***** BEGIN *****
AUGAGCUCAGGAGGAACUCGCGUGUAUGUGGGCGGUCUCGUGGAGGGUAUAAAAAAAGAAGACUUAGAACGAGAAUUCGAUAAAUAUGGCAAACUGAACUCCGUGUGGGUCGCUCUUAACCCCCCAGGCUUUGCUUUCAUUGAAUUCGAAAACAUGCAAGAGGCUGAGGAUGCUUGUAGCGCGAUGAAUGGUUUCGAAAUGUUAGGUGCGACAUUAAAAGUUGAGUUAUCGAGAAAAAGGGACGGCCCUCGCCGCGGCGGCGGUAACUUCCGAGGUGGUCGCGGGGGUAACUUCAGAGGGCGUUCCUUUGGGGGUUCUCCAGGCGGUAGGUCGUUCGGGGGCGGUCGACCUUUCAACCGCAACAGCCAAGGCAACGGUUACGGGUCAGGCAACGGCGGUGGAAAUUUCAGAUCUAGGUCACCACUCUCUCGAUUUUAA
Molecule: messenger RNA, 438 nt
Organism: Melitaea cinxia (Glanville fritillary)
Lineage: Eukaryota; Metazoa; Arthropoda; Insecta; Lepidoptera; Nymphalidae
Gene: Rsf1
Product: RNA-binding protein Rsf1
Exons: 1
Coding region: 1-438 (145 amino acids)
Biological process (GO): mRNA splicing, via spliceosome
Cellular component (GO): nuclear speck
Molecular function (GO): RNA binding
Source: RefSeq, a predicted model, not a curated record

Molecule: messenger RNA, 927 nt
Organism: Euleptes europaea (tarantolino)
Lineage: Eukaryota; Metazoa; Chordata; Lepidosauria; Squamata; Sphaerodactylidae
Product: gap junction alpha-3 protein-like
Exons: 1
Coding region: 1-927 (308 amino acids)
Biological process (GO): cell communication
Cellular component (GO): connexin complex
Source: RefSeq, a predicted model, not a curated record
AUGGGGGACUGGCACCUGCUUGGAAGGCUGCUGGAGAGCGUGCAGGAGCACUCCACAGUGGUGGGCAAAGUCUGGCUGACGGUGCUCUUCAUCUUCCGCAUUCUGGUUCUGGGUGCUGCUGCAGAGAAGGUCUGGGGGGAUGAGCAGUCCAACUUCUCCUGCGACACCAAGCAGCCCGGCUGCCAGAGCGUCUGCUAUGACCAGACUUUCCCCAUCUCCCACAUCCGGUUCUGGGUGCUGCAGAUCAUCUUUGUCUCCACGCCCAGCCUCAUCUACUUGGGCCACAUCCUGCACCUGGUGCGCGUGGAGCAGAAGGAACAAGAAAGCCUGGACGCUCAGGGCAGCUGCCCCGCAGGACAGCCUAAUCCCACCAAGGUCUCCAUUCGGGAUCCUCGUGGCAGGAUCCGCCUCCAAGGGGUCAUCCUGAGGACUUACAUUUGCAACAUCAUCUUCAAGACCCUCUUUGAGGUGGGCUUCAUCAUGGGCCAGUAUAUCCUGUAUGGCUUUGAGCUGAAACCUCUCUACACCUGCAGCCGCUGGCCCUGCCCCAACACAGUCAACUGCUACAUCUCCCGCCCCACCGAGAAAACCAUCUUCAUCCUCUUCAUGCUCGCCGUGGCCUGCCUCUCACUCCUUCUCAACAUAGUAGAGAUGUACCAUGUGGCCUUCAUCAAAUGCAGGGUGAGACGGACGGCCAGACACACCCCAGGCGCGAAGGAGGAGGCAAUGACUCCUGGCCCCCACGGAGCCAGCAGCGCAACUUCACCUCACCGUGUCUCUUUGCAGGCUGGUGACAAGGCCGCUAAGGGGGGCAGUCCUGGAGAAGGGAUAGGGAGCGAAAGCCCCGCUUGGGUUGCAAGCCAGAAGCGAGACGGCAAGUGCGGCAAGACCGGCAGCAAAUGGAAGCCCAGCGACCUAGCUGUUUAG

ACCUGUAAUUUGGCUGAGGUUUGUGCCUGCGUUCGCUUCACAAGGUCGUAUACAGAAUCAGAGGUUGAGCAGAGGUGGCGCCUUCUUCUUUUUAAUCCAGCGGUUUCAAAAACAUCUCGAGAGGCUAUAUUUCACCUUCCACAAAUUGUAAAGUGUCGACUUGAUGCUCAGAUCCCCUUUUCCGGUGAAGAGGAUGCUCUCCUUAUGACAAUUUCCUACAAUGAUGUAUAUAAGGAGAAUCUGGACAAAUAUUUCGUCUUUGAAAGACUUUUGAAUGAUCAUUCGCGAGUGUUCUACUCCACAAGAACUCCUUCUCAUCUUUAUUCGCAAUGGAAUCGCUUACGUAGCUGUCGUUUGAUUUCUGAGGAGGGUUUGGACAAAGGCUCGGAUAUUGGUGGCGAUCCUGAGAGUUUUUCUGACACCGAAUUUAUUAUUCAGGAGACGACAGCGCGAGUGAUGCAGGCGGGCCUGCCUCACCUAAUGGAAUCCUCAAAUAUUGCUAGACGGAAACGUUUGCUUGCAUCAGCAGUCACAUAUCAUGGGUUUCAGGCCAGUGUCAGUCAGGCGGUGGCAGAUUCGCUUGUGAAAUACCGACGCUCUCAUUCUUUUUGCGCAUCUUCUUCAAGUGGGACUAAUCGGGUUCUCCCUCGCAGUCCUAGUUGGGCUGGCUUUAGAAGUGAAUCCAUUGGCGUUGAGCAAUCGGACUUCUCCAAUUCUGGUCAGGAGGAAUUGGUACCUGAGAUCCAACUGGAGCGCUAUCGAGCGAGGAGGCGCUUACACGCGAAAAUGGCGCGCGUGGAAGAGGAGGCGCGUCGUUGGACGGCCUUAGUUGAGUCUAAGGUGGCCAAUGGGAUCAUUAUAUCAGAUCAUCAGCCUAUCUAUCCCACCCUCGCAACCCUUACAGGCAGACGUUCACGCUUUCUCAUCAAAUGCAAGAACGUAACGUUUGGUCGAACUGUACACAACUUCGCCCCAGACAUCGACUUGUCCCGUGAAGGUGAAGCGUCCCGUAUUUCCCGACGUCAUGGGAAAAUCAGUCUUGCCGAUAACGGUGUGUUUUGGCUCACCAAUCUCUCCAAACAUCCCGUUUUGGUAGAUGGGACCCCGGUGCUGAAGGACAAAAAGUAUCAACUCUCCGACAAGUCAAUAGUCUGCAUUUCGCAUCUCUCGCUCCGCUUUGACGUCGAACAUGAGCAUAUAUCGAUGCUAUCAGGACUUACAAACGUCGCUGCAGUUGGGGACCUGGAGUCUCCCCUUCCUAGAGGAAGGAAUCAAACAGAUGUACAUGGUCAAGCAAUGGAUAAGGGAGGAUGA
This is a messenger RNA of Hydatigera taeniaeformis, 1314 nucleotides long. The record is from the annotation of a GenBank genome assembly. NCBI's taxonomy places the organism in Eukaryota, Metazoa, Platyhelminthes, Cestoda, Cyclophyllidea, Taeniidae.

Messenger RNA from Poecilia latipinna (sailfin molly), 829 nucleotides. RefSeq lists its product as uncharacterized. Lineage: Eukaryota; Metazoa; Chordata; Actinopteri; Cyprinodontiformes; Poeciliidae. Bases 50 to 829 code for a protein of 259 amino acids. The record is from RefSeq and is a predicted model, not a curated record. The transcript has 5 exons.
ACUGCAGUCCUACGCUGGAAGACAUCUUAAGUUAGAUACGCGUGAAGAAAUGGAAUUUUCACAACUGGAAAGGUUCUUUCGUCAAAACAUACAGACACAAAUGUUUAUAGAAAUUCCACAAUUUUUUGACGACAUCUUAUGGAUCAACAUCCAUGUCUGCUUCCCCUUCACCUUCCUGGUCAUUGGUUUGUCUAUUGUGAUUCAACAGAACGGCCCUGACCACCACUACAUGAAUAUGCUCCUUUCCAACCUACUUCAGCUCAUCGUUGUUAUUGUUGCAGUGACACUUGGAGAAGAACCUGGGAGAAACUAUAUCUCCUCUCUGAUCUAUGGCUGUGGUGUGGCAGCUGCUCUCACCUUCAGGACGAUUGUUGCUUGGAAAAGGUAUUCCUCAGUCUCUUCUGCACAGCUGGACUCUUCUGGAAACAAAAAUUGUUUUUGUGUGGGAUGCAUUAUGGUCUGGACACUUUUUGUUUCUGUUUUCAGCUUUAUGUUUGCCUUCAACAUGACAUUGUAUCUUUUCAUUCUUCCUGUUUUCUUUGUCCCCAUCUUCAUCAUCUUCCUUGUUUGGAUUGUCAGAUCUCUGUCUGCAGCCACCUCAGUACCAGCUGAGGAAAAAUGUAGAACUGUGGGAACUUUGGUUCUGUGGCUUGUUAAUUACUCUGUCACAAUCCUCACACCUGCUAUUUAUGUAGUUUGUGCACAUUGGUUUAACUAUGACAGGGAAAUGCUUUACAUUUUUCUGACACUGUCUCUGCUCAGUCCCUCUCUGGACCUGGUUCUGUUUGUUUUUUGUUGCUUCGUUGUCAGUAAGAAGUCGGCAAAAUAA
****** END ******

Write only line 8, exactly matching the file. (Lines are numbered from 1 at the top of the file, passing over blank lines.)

Coding region: 1-438 (145 amino acids)